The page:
Breast cancer in patients with high exposure to night work should be understood to be an occupational disease, and patients should be eligible for workers’ compensation, as in Denmark. In Korea, general working hours are longer and night shifts for shift workers are more frequent than in European countries. Therefore, various factors, such as total working hours, the frequency of night work, work schedules (including rotating schedules and rest periods after night shifts), and co-exposure to other occupational carcinogens additional to years of employment in non-day shift work must be considered. Furthermore, restrictions on the frequency of night shifts or exposure periods to night work might be considered in order to reduce the risk of breast cancer among night workers in Korea.



The International Agency for Research on Cancer



Not applicable.


This work was supported by Ministry of Employment and Labor. We declare no roles of the funding body in the design of the study, analysis, interpretation of results and writing the manuscript.

Availability of data and materials

Not applicable.

Authors’ contributions

HEL designed the research. JIL searched articles and summarized. HEL and JIL drafted the manuscript. IAK and TWJ critically revised the manuscript. All authors read and approved the final manuscript.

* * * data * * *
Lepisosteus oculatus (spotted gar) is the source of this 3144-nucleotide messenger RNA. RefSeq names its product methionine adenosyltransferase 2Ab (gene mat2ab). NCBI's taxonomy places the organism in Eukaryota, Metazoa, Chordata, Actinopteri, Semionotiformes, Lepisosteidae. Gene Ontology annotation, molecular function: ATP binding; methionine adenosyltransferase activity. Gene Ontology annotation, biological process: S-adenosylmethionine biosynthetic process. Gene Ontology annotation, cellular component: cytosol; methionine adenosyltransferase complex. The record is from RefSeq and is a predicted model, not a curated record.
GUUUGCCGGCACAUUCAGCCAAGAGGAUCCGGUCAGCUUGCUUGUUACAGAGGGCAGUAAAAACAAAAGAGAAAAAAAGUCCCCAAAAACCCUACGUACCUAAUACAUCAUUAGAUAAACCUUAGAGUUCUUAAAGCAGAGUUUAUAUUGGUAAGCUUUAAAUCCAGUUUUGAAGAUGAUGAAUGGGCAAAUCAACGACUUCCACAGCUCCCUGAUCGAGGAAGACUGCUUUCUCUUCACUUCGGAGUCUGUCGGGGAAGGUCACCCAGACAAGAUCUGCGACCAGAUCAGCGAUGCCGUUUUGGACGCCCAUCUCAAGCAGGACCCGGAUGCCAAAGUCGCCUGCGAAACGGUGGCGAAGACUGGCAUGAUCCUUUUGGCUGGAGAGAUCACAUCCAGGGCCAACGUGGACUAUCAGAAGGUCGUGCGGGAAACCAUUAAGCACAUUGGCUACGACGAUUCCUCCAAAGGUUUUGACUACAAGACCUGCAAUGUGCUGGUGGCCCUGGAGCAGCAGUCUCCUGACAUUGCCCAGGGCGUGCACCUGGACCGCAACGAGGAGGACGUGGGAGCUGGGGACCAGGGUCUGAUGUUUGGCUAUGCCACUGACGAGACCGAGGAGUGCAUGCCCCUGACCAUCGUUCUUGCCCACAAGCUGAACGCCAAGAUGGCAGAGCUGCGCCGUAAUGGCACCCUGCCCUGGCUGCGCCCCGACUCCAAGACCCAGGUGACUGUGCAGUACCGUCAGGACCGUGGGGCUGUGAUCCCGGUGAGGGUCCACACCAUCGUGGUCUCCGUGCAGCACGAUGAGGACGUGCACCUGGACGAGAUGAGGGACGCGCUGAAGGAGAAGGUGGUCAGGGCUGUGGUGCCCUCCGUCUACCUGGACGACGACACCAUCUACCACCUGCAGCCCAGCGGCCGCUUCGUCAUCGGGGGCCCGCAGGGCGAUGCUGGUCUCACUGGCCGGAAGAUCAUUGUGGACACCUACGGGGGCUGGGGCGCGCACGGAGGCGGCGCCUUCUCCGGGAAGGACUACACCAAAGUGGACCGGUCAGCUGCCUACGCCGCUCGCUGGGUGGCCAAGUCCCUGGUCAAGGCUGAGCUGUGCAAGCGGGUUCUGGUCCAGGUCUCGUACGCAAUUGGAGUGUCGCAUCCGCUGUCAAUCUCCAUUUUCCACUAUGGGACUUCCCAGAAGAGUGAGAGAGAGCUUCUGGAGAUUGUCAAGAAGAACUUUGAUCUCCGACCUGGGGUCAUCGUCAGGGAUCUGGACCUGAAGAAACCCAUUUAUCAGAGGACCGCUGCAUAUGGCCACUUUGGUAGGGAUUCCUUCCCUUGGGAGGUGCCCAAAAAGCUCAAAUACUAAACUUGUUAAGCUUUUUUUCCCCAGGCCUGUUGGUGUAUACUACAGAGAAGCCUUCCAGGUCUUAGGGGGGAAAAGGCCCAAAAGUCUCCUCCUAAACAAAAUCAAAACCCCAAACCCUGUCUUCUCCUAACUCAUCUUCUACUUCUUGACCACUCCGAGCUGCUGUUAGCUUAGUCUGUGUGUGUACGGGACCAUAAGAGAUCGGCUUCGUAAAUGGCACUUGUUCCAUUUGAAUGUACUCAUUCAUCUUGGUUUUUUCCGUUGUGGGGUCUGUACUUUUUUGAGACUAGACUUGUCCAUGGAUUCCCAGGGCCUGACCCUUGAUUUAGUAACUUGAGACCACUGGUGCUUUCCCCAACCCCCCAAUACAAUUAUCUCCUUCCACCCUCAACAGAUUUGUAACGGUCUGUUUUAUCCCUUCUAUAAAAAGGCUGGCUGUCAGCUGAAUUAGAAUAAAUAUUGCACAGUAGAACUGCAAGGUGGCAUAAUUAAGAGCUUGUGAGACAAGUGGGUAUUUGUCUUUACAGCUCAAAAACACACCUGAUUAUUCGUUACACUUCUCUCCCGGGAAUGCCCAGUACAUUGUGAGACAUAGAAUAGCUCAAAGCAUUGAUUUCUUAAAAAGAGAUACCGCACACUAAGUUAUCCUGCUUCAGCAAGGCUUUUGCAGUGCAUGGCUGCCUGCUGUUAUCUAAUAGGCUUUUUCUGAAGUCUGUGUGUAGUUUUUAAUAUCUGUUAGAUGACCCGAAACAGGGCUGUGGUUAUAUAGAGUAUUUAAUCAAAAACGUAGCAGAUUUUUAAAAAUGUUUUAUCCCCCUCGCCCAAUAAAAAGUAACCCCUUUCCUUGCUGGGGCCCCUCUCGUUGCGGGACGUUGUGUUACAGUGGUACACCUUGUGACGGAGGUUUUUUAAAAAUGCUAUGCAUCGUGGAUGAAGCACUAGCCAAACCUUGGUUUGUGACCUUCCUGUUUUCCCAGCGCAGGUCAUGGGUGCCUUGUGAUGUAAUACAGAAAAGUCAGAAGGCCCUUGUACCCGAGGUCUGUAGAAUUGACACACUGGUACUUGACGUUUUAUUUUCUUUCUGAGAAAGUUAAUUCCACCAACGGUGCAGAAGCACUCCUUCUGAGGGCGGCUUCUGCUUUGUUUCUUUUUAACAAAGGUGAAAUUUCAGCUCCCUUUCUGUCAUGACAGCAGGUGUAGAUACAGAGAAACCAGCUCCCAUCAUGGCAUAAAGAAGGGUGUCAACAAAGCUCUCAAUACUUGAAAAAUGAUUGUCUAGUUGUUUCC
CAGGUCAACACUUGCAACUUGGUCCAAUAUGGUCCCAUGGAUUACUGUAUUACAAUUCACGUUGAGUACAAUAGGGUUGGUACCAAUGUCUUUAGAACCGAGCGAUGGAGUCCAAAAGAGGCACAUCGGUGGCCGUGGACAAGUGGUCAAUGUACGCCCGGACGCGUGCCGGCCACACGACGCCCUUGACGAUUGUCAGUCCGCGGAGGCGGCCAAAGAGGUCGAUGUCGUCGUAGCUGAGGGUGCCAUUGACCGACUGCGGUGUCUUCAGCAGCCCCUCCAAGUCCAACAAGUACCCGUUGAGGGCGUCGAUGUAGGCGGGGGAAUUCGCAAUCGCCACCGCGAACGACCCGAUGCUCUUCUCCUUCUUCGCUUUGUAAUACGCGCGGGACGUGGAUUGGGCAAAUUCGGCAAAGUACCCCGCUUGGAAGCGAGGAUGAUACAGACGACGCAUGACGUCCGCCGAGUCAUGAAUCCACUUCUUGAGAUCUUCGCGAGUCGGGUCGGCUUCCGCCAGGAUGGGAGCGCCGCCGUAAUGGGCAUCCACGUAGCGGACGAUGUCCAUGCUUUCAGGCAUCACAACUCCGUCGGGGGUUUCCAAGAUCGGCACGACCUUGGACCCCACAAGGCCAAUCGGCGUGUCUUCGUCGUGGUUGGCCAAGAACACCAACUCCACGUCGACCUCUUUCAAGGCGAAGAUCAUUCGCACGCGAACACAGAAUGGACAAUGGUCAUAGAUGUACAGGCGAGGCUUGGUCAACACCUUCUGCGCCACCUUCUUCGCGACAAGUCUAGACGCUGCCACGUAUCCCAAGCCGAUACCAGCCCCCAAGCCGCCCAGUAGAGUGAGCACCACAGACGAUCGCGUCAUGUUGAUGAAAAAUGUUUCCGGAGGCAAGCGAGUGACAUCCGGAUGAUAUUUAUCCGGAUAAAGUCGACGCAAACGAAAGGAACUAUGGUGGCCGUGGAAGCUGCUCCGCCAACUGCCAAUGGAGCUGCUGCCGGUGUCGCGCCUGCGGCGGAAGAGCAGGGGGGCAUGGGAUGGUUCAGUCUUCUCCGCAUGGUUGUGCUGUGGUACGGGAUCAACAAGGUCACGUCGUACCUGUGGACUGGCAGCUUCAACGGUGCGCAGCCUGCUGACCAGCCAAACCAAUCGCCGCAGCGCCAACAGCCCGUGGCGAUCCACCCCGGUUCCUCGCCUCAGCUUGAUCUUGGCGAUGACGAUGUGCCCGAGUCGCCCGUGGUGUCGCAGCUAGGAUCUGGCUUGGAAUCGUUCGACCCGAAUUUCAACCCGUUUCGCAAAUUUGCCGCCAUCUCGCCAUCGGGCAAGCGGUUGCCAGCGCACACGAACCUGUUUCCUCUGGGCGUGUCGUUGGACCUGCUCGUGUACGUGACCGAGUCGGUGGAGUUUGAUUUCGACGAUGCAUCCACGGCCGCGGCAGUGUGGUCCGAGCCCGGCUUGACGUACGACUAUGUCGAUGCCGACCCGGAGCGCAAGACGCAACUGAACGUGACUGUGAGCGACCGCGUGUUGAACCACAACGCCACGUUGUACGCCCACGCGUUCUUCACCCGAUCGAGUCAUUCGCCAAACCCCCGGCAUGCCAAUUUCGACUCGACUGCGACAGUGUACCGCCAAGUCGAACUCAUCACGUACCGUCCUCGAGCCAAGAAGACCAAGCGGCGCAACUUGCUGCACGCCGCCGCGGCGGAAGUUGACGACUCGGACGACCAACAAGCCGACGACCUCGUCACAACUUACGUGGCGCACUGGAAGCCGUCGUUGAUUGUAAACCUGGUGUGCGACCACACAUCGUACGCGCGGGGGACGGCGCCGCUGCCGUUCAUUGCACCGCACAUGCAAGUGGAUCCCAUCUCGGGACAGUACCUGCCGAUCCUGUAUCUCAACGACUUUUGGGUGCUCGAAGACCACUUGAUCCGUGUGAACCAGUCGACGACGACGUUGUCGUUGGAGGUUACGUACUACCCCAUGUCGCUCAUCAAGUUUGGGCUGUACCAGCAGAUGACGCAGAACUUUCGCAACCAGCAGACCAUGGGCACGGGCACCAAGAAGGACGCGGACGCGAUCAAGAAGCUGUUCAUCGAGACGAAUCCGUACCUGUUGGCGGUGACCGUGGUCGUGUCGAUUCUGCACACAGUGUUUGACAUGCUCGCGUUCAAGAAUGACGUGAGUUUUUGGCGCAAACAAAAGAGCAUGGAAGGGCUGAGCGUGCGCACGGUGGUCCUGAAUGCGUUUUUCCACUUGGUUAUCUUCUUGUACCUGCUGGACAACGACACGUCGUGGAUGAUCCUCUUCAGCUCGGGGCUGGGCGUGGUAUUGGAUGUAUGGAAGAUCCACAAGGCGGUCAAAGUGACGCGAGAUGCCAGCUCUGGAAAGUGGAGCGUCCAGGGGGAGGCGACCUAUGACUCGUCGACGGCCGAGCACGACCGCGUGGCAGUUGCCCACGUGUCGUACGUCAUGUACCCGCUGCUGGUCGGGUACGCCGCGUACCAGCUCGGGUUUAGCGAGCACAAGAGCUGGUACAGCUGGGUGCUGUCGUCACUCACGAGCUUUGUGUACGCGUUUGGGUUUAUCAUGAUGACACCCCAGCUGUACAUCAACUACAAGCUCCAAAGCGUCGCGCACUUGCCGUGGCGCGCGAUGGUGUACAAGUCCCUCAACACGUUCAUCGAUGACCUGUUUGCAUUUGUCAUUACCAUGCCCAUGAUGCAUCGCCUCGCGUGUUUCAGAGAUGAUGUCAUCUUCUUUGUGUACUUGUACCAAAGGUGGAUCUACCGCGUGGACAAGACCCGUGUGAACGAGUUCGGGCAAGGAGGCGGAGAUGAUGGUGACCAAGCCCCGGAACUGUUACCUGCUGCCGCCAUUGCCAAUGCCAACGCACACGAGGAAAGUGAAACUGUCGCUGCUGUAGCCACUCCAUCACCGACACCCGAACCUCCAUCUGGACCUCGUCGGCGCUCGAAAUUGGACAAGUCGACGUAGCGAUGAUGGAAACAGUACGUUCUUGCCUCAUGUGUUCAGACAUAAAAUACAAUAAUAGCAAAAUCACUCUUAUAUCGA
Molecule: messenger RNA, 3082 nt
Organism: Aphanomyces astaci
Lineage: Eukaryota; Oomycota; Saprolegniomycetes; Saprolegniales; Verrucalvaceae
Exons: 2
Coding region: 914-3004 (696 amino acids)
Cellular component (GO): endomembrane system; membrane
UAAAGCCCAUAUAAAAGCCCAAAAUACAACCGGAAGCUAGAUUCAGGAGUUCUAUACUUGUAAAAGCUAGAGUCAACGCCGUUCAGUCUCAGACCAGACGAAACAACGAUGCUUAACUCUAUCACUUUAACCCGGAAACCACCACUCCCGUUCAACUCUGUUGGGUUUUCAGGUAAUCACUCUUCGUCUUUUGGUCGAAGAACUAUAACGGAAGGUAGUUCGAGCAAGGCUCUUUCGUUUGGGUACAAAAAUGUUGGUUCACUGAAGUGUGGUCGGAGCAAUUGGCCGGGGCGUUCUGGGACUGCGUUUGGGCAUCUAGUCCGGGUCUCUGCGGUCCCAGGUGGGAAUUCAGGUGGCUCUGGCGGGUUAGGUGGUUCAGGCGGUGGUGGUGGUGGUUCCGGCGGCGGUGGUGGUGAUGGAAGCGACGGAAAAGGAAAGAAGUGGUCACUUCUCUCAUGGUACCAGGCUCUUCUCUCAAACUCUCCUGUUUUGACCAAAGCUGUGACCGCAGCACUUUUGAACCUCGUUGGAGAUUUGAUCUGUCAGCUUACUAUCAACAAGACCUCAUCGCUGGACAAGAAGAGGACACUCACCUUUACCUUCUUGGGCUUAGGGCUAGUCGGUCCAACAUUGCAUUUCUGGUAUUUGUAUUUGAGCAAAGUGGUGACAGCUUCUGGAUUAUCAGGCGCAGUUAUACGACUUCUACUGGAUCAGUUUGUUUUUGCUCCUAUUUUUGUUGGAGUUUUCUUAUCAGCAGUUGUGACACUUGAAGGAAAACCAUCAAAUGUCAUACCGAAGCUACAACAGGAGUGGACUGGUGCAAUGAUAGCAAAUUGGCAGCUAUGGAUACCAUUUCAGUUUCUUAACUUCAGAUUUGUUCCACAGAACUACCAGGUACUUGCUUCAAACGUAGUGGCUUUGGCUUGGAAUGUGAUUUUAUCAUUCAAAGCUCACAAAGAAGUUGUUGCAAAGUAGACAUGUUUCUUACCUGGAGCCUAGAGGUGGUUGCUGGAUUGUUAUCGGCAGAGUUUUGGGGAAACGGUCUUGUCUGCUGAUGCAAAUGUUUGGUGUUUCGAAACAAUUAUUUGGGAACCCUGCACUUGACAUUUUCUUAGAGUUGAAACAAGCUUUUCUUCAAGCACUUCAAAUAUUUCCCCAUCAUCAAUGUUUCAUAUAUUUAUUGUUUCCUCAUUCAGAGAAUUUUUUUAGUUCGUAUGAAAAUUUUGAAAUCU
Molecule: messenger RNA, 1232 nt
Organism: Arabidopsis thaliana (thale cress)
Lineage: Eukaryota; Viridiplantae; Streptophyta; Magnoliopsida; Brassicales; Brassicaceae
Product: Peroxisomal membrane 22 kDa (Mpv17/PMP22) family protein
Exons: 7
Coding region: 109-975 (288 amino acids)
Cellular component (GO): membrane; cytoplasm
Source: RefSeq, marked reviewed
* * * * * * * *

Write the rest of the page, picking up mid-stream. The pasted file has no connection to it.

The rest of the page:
Ethics approval and consent to participate

Not applicable.

Consent for publication

Not applicable.

Competing interests

The authors declare that they have no competing interests.

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Authors’ Affiliations

Department of Occupational and Environmental Medicine, Kyung Hee University Hospital, Dongdaemun-gu Kyunghee-daero 23, Seoul, Republic of Korea
Department of Occupational and Environmental Medicine, College of Medicine, The Catholic University of Korea, Seoul, Republic of Korea
Department of Occupational and Environmental Medicine, Hanyang University College of Medicine, Seoul, Republic of Korea
Department of Occupational Health, Catholic University of Daegu, Gyonsan-si, Republic of Korea